Tag Archives: exercise

Lemon

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Congratulations, Jimmy Choi! You’re our hero!

I received this tweet the other day from the Michael J Fox Foundation and I must admit that it left a bitter taste in my mouth. I am only vaguely familiar with the television program American Ninja – a show where contestants race through an insane obstacle course like human pinballs. Like many reality shows, it all seems a little pointless to me.
Having said that, I suppose for those individuals who take on this “challenge”, they probably have their reasons – be it to face and overcome Herculean barriers, perhaps to showcase olympian-like physical strength or dogged determinism, or the rangy warrior facing a flurry of foam foes and blows.
Still, I don’t get it.
 Jimmy Choi probably does though. The 41 year old from Illinois was one of the contestants this week and what set him apart from others was that he happens to have Parkinson’s Disease. He was diagnosed 14 years ago so even the most cynical critic must give him credit for such extreme effort. Props, Jimmy!
However, the Michael J Fox Foundation gets no props on this one. Congratulations, Jimmy Choi! You’re our hero!  Our hero? Really? What exactly makes a man who runs through foam a hero? Is there an inference here that People with Parkinson’s (PwP) should look to a person like Mr. Choi as some kind of role model? If so, this is fiercely off the mark. Most PwP have much more severe symptoms and limitations brought on by their disease than does Jimmy.
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Might I suggest that if the Foundation is looking for heroes, they should look to the men and women who struggle to live with the day-to-day challenges they face in living with PD. They should look to those partners of PwP who give up so much of their own lives to help support and care for the PwP in their family. They should look to the advocates and activists in the Parkinson’s community who are working so hard to battle this disease. They should look to the members of the medical community who give so much ongoing support to PwP.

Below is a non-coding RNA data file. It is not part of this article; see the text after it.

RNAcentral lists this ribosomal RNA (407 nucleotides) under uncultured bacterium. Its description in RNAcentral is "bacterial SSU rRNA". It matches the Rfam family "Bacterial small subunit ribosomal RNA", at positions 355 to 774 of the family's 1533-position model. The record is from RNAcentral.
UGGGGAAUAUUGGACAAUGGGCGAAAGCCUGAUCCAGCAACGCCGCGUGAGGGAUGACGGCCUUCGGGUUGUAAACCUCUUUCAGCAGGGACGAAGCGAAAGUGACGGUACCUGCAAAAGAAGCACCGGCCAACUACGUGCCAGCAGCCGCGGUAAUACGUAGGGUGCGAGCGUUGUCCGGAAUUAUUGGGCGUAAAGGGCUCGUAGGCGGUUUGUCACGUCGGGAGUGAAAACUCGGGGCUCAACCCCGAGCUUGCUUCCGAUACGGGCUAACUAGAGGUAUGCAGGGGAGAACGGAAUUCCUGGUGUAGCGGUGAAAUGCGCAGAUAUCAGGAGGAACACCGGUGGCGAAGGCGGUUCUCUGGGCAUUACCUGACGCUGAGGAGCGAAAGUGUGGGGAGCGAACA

These “heroes” may not have raised $100,000 for MJFF. They might not have any PR cash coattails upon which to ride but it seems to me that most days when life gives these “heroes” lemons, they make proverbial lemonade. They are our heroes.
Me, I just sucked on the lemons today.
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I’ll try to be less tart next time.

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Big Baby

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baby pushups,snow mask, deviantart

Virtually every week, from a variety of social media sites, I read of a few suggestions for therapy or treatments to help with Parkinson’s. Some are clearly bogus aimed at pushing a product or a program. Others are worthy of more investigation to see if their claims can be collaborated. Some can be dismissed as not relevant to me personally while others seem to be just common sense.

Recently, I came across one strategy that was particularly alluring. I was drawn to it in almost a primordial manner. Let me briefly highlight what the article in the Underground Health Reporter  purported.

The authors suggested that when brain development or motor function is impaired, your nerve impulses become jumbled. When your nerve impulses are disorganized, so are your motor impulses and sensory impulses, endangering your overall health. They say that the “cross-crawl” technique is one of the easiest ways to activate your brain development and nervous system to give it the proper motor and sensory stimuli it needs to take control of your bodily functions—thereby preventing or rehabilitating health problems. The cross-pattern movement builds the bridge between the right and left hemispheres of the brain, allowing for electrical impulses and information to pass freely between the two.

These patterns are stored in the brain and are responsible for governing our nervous system, spinal muscles and coordination, and programming our bodily systems to work together as a team (no mention of that slacker dopamine on our PD team!). They go on to suggest that all of our bodily systems depend on cross-crawl integration, even cerebral activities, such as learning language, reading, hand-to-eye coordination and communication.

We’re encouraged to look to babies.